PI: Kelsey Jack, Innovations for Poverty Action
Small-scale farming continues to be the principal source of employment and income for a majority of the population in low income countries. Zambia is no exception: in 2008, 80% of employment was in agriculture. Even though Zambia has recently been re- classified as lower middle income country primarily due to its large copper and cobalt exports, most Zambian farmers remain poor, with incomes substantially below the poverty line. In a previous study in the region of proposed research, the average income of small farmers was less than US$ 500 per year for a household of six individuals.
Zambia’s long dry season allows for only one harvest per year, which means that the harvest in any given season must generate a sufficient amount of financial reserves for the subsequent 10-12 months. With a large number of payments due at the end of the harvesting season (school fees, input loans, housing and equipment repairs), many small scale farmers are not able to set aside sufficient resources to cover their basic needs for an entire year, and have to frequently engage in off-farm labor activities in order to cover short term financial needs in the absence of functioning credit markets. A large but most qualitative literature suggests that a large fraction of farms’ external labor supply is neither planned nor desired, and potentially associated with large welfare losses at the individual as well as at the aggregate level.
To evaluate this conjecture empirically and to identify the causal impact of short-term labor supply on agricultural productivity, we propose to conduct a cluster randomized controlled trial in Zambia’s Eastern Province. As part of the trial, randomly selected clusters of households will be provided with access to loans of either cash or maize during the farming season. Conceptually, maize loans have three main advantages over cash loans: first, they allows to directly address the lack of food as primary reason for external labor supply named by farmers in focus groups; second, we conjecture that the provision of maize will lower the likelihood of additional resources being used for conspicuous consumption; and third, we expect default rates on maize loans to be substantially lower due to the wide availability and observability of stored maize at the end of the harvesting season. The comparison of the cash and maize loan programs with respect to repayment rates, labor supply and total economic outcomes will allow us to assess the importance of the in-kind nature of the credit.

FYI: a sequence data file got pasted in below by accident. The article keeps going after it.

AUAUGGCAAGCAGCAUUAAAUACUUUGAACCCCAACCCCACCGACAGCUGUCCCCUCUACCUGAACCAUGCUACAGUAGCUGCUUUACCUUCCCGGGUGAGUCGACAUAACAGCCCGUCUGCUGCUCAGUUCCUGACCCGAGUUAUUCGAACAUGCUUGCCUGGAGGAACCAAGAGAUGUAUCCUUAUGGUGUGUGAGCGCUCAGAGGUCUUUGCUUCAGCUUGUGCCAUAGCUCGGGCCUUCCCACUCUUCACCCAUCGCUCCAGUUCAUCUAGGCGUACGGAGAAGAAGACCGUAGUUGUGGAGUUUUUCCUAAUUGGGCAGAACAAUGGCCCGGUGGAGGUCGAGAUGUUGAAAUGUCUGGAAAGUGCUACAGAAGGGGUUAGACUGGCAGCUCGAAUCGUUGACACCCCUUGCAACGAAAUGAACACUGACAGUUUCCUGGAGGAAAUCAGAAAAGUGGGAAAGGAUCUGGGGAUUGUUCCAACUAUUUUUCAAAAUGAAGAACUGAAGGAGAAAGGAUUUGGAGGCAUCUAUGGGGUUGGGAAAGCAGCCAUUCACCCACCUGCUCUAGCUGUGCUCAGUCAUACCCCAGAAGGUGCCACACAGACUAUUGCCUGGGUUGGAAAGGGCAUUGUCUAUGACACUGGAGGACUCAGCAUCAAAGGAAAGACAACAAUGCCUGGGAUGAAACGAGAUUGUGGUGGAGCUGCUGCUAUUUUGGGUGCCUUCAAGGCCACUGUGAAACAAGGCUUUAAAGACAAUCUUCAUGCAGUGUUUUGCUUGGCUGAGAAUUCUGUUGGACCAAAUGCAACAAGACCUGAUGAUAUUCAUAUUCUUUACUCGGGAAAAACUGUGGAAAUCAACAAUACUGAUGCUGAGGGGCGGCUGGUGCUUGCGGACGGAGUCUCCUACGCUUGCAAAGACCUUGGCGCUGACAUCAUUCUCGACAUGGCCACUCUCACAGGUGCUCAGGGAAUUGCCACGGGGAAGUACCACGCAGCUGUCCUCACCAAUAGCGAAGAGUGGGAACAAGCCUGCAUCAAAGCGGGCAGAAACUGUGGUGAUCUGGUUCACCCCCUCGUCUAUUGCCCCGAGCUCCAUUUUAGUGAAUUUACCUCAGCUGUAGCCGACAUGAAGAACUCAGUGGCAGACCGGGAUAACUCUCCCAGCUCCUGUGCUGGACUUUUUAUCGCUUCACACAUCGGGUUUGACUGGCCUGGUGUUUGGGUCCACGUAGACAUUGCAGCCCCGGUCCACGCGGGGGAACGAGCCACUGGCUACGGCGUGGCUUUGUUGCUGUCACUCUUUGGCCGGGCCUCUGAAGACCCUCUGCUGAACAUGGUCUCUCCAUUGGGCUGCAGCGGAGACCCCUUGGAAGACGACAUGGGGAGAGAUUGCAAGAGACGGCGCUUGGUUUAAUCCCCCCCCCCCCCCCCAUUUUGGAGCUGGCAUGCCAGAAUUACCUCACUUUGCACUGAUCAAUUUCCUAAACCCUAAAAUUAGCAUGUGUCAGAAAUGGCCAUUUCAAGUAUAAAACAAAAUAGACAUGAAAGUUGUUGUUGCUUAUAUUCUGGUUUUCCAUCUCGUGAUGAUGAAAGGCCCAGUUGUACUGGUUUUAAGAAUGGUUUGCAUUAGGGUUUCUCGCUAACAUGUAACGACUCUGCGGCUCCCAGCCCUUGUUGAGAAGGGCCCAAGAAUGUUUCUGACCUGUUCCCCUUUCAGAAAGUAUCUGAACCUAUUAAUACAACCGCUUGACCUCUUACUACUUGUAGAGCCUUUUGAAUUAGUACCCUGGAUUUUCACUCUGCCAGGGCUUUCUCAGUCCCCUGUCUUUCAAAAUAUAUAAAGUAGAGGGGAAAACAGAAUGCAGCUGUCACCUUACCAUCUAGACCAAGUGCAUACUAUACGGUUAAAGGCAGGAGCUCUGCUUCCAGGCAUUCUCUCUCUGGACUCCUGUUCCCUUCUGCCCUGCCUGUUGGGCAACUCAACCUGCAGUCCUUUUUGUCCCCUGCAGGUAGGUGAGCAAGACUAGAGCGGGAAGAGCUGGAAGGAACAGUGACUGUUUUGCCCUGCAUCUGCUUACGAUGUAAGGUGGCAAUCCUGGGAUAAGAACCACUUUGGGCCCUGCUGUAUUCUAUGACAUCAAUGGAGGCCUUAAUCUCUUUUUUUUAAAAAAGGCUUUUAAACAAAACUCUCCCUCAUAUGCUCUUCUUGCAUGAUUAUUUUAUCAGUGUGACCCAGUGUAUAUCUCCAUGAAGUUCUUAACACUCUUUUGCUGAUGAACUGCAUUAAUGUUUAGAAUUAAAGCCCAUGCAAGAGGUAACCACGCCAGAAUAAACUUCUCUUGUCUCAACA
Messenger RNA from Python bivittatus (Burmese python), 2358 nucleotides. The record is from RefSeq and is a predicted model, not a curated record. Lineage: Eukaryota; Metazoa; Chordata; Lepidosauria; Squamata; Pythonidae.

The main objective of the maize loan intervention and the main scope of the project is to identify the degree to which short term credit constraints affect farming households’ labor supply choices in the short-run, and the degree to which these effects translate into lower farm productivity and yields in the medium- to long-run. To more clearly distinguish short- and medium-term effects, we will implement the intervention in two stages. In the first phase of the proposed intervention (year I), maize loans will be offered to a selected group of farmers without prior announcement in the middle of the agricultural season (January). This first intervention will allow us to estimate the short-term effects of loosening existing credit constraints on labor supply and agricultural productivity. Since all major farming decisions (area of cultivation, crops planted) are already in place at the
time of the intervention, the primary adjustments we expect to see is an increase in on- farm labor supply. In the second phase of the intervention (year II), the loan program will be announced to selected farmers prior to the initiation of field work (September), which will allow us to directly investigate the degree to which anticipated credit constraints affect the production plan chosen by farms in terms of plot size and crop mix. We will observe how farmers adjust on the extensive margin, through changes to the area of cultivation and to the types of crops planted. Regular measurement of wages within the study villages and on neighboring large farms will help identify the general labor market impacts of the intervention.
Given that the zero-interest loans correspond to a net transfer to farmers, we will offer direct cash transfers in a separate treatment arm. The direct cash transfer will allow us to disentangle the effects of access to food credit from basic income effects.
The project will involve extensive data collection on around 3000 households in 150 villages over a period of 2 years, which will generate a panel data set that will be made publicly available to other researchers upon conclusion of the study. A sub-sample of 250 farmers have also been studied in a pilot year, and will be observed for three consecutive years.